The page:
The background investigation for defense contractor Edward Snowden was inefficient in several areas, according to a recent review. National Counterintelligence Executive Frank Montoya Jr. led the review of Snowden’s 2011 investigation. He found too few people were interviewed and issues that were presented weren’t pursued, according to documents obtained by the Wall Street Journal.
Among the issues are an unreported trip to India as well as failure to investigate a security violation Snowden was a part of at the CIA. The investigation also failed to interview individuals beyond his mother and girlfriend.
Montoya, an official at the Office of the Director of National Intelligence, noted that while the investigation missed red flags and painted an ‘incomplete picture’ of the National Security Agency contractor, the issues wouldn’t have necessarily precluded his ability to maintain his top secret security clearance.
Background checks are at the center of recently proposed security clearance reforms. Senators are urging more scrutiny and better accountability for private background investigation firms. US Investigation Services, LLC is currently under a federal grand jury investigation.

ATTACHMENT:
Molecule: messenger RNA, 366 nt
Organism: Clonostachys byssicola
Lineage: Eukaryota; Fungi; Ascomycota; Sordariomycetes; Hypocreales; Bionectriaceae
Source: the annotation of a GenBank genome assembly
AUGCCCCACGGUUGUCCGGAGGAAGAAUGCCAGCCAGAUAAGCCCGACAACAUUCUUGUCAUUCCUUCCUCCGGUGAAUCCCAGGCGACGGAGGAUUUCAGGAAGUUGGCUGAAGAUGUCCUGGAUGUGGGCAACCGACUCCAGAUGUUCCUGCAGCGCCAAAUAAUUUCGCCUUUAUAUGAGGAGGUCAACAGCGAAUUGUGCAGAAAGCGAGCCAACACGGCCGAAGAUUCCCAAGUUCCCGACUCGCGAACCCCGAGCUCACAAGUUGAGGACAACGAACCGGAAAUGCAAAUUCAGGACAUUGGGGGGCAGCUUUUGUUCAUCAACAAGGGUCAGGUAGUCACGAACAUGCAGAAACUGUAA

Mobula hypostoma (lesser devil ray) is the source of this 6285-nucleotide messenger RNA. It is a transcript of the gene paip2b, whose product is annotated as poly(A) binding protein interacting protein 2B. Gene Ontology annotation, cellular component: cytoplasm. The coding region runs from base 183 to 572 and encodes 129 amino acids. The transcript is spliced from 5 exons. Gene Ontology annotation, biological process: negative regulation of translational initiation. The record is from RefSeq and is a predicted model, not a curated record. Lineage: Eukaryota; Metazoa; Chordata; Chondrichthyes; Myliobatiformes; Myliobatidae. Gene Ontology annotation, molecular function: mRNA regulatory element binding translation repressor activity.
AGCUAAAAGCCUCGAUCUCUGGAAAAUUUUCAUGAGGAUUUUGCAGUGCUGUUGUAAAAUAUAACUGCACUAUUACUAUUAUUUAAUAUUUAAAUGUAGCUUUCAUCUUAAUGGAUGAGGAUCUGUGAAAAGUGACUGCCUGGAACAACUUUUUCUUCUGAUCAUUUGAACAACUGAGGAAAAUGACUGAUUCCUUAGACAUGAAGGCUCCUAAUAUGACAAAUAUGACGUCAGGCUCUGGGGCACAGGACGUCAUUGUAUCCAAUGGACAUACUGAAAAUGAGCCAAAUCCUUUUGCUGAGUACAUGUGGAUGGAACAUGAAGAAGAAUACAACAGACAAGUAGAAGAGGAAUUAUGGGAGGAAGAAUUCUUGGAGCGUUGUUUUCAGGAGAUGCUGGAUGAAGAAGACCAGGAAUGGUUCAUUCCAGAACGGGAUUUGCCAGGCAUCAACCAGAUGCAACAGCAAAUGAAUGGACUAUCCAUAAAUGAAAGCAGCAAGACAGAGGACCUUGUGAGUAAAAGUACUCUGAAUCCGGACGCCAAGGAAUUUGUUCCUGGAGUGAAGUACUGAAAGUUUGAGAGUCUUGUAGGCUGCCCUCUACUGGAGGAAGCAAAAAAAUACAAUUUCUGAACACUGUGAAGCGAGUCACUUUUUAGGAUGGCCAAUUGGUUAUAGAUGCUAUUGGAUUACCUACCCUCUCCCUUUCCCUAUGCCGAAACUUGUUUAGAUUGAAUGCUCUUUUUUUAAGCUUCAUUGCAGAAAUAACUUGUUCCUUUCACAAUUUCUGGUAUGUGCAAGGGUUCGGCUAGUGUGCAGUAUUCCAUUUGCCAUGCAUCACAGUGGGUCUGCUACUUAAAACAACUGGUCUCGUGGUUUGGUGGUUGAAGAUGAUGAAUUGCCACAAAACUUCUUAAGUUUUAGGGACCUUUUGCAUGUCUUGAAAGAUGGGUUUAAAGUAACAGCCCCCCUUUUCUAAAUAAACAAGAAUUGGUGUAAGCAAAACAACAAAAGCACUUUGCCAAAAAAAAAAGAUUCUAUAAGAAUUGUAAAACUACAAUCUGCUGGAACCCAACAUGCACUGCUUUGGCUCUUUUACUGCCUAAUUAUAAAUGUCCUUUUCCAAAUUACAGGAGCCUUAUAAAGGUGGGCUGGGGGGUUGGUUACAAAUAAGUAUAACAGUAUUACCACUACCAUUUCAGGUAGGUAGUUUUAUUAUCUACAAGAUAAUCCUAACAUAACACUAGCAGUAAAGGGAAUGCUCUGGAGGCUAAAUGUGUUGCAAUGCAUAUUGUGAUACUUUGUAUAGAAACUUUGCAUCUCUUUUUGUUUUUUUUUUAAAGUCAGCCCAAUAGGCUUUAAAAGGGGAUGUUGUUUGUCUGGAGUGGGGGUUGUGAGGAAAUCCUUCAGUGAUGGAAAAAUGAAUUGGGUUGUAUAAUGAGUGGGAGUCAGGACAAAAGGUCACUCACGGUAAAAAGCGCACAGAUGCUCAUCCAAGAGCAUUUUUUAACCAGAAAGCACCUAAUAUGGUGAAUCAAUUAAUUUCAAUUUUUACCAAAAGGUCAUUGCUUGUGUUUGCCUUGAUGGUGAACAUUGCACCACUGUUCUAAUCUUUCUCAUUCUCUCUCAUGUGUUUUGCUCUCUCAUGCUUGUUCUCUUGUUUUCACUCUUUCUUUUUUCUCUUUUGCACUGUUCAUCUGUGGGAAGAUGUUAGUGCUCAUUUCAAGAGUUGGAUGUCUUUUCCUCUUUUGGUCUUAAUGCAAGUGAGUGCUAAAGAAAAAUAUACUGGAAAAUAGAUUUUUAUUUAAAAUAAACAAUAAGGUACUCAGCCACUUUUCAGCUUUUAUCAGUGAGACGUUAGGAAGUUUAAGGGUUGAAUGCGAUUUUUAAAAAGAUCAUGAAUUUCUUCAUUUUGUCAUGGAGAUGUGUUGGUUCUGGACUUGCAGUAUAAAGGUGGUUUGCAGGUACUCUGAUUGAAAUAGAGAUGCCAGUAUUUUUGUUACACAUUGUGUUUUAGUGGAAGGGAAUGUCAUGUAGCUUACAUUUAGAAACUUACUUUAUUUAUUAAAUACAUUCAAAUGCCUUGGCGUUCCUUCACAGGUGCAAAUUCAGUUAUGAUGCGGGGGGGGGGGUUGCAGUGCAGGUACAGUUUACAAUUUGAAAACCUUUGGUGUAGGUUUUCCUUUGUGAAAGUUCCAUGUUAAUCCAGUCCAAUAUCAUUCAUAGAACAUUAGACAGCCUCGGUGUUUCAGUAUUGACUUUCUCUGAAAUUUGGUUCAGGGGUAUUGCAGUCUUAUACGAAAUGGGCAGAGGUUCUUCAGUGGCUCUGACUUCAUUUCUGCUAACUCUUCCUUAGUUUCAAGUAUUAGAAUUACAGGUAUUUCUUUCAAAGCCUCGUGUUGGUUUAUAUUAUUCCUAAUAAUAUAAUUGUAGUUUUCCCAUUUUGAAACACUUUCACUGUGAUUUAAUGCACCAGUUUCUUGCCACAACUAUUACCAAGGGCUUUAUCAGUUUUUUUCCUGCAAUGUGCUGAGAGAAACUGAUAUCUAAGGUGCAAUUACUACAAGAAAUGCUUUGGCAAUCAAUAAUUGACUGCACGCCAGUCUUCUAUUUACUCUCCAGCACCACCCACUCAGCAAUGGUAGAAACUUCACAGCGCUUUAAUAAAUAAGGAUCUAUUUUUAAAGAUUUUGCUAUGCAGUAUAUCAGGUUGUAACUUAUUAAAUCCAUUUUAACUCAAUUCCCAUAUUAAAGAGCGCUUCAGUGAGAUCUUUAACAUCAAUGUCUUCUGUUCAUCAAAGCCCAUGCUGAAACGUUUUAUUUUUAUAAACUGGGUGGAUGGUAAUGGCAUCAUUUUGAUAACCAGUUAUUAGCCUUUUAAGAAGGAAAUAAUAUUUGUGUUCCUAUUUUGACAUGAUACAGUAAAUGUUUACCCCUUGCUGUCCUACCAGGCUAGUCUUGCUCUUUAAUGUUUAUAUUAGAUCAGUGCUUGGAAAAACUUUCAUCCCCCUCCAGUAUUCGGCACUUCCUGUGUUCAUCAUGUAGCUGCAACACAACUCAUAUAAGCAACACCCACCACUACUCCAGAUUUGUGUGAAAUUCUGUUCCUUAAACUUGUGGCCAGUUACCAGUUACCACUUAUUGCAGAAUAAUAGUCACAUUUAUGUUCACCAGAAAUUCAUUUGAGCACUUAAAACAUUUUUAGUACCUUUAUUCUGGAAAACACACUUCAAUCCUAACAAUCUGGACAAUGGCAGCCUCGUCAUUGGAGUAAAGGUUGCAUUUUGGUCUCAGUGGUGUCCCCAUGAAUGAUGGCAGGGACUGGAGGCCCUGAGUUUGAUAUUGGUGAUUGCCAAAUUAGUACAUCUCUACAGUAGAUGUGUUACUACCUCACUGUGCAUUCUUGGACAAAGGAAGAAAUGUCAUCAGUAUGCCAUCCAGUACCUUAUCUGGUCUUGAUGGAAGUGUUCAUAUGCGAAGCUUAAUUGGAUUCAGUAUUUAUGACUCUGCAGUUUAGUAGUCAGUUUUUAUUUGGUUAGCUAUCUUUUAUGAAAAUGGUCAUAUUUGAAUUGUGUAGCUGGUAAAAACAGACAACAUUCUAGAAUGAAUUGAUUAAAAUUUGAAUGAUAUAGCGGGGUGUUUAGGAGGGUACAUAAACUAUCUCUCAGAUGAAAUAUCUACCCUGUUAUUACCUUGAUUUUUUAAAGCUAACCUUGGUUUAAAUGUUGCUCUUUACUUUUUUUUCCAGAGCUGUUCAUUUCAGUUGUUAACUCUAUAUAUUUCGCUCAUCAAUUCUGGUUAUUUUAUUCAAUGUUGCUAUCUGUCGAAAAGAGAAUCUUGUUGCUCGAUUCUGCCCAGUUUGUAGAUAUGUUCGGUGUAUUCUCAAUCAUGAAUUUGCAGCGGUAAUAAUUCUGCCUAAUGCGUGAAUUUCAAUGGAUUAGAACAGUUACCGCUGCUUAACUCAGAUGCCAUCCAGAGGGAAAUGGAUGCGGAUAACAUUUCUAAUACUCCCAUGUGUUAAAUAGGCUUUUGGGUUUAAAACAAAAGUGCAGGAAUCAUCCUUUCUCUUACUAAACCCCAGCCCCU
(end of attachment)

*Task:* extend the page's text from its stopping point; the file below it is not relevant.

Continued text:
The focus thus far has been on the investigation, but as William Loveridge astutely points out, the adjudication of security clearance investigations is an inherently governmental function. So while there may have been gaps in the investigation, there are two other individuals with some responsibility – the adjudicator, and the facility security officer who pushed the documents forward. Not to mention Mr. Snowden, himself, who bares sole responsibility for the leaks and criminal responsibility if he’s found to have lied in the security clearance process.
The first-focus is always on the low-hanging fruit – the investigation. This is especially the case considering a contract investigation company is already in the hot seat. But fairly soon, we may be seeing increased scrutiny on the other components of the clearance process.